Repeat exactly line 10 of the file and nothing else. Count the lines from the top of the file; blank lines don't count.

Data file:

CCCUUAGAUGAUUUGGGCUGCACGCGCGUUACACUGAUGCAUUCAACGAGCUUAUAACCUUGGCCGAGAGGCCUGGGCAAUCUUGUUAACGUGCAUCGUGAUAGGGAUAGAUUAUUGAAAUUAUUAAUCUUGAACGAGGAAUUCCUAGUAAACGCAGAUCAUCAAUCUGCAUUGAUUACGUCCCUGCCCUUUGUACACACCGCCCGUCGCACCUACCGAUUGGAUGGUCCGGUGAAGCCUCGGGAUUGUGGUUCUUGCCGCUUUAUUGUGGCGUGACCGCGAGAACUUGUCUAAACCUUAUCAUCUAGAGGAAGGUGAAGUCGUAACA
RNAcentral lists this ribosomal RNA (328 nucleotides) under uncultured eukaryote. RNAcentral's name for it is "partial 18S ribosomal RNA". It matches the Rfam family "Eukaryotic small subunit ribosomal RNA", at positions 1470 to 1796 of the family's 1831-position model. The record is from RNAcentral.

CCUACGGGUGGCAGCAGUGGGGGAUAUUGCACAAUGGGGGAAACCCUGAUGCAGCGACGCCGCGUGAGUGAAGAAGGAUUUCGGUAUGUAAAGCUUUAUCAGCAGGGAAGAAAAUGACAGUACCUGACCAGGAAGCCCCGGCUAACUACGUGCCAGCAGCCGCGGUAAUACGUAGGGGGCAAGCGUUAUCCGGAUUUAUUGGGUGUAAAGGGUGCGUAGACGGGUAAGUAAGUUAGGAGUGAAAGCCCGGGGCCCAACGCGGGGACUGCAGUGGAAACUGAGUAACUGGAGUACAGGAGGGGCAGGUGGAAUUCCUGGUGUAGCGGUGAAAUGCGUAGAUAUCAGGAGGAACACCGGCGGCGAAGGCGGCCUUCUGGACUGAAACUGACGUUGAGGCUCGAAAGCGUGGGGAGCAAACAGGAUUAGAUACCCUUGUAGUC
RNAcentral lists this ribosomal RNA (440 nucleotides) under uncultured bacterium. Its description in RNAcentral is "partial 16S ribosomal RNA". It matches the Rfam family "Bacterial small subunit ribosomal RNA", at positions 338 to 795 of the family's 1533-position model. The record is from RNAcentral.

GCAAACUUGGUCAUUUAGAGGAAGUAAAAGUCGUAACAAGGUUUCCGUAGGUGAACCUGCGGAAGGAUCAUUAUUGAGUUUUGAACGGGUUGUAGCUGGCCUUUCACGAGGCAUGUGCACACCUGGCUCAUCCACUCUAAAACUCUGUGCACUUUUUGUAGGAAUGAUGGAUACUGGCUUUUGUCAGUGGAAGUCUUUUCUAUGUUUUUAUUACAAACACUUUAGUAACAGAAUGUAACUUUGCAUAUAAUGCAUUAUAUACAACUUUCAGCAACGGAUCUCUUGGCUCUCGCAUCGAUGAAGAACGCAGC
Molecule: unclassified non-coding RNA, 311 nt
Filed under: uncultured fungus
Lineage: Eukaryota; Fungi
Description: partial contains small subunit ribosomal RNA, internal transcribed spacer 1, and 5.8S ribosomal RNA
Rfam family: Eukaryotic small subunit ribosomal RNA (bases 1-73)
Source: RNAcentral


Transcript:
Rfam family: Eukaryotic small subunit ribosomal RNA (bases 1-73)